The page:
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Thursday, December 29, 2011

Single Malt Report: The Glenlivet 15yr French Oak Reserve (x2)

I’ve had a number of opportunities to try The Glenlivet 15 years old French Oak Reserve single malt during this holiday season.  The first time was at the United Airlines Club at Dulles Airport.  Then at the very end of our long day of flights, my in-laws presented me a bottle of this very same whisky!  The malt at the club’s bar and the malt in the gifted bottle aren’t quite the same so I’m going to do two reports.

For some history on the Glenlivet distillery, please see my post on their Nadurra bottling.  The Nadurra 16yr is a steady if unspectacular cask strength.  My memory of their 18yr is positive, but not thrilling.  While the 12yr is the very definition of a mediocre whisky and leaves me baffled as to why it’s a bestseller around the planet.

Meanwhile, the 15yr French Oak is unlike its brethren, matured in oak from the Limousin region in France.  Limousin Oak is said to impart strong tannins so it's often used to mature cognac as well as some California wines.

DistilleryThe Glenlivet
Variety: "French Oak Reserve"
Age: minimum 15 years
Maturation: Limousin Oak
Region: Speyside (Livet)
Alcohol by Volume: 40%

Round 1

As previously mentioned I had a reasonable pour of this at the United Club at Dulles.  It was amongst the premium (read: not-free) liquors, but it was only $6, half (or less) of what it would cost at a bar.  The 'tender poured it from a bottle that was at least half full (or half empty), which means that depending on how long it had been sitting there, oxygen molecules may have already started breaking down the flavor compounds thus affecting the stuff in my glass.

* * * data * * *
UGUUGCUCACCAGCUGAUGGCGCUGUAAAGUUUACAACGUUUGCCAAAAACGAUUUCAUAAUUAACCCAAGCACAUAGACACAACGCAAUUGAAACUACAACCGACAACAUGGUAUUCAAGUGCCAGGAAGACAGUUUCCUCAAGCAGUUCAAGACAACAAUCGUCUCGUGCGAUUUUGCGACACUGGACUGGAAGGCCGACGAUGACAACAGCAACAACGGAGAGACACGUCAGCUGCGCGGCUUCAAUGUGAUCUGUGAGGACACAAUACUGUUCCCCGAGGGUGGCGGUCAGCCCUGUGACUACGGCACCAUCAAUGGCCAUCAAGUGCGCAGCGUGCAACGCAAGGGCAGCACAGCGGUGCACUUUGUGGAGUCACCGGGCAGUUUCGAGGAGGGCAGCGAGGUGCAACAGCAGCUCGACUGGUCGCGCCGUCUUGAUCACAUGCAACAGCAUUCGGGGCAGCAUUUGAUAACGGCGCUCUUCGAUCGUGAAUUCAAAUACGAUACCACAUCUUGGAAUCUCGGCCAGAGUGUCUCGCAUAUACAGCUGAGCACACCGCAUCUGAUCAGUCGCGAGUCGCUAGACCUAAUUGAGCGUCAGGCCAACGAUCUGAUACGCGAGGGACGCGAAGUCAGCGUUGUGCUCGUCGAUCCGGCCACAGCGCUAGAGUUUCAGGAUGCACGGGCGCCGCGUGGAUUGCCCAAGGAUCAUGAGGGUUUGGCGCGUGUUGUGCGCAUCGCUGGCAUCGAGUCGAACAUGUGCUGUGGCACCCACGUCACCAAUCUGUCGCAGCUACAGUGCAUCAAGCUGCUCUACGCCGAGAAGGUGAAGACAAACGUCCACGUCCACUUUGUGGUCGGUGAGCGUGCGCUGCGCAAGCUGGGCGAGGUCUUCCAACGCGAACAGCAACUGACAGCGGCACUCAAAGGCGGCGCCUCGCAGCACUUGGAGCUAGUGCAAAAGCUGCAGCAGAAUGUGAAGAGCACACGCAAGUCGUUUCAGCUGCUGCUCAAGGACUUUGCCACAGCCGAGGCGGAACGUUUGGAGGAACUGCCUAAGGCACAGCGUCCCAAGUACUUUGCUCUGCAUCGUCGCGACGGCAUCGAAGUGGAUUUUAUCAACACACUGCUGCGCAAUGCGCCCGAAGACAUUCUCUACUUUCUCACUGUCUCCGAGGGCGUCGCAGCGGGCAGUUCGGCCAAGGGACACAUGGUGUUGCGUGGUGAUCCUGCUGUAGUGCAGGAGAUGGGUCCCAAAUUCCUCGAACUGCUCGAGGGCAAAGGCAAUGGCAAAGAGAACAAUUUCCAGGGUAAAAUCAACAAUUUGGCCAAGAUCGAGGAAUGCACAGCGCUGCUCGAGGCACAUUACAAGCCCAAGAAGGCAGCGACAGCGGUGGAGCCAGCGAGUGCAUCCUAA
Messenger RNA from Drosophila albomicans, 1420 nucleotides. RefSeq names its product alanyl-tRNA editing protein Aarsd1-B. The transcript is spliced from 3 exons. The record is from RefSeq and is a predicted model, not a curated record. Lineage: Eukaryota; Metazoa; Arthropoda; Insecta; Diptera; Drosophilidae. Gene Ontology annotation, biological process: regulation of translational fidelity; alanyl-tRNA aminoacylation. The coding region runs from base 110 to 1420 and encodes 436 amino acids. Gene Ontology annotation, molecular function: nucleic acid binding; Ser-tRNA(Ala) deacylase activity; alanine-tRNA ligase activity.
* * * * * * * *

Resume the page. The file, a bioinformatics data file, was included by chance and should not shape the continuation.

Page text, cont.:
Neat:  The color was light, like an extra virgin olive oil with some greenish highlights.  The nose was much sweeter than the 12yr.  Full of sugary cheap red wine, toffee, and brown sugar.  The palate was intensely dry and very oaky.  It was like drinking barrel wood (not exactly a good thing).  There was also some cardboard, malt, tobacco, and dried cherries.  The finish further dried out my mouth.  It was a little creamy, but had a lot of the cardboard remaining.

With water, lowering it to about 30% ABV:  The nose became much more gin-like.  Tanqueray piny, citric, and herbal.  A hint of Boston crème.  The rest of the Boston crème pie crust came out in the palate which was malty and sugary.  The finale was quiet, still very dry, with a little bit of tobacco.

Despite being more interesting than the 12yr, the 15yr seemed more flawed as opposed to the younger whisky’s boredom.  I’m going to chalk some of that up to an older oxidized bottle…

Round 1 Rating – 69

Round 2

This was a brand new bottle.  Nice and full and sealed.  And quite different as a result.

Neat: I first noticed that the nose was full of pencil shavings.  Then some vanilla, which Limousin Oak often imparts.  Towards the end there’s something between ginger and grapefruit zest.  The palate was much less dry.  It’s still oaky but less aggressively so.  It’s fruitier without being sweet.  Lots of cocoa and malt with a little bit of apple juice.  The baking chocolate finish was also less dry but still brief.

With water:  Everything disappeared from the nose except the Boston crème and herbal gin mentioned in the previous round.  The palate brightened up further: fresh apricots and apples and maybe some almonds.  The finish was but a whisper of cocoa.

As I hope you can tell from my description, this bottle presented a better showing of this whisky.  It cannot match the 16yr cask strength’s complexity and balance, but it’s a step above the 12yr.

Round 2 Rating – 79

Pricing - Good at $35-$40
Rating - 74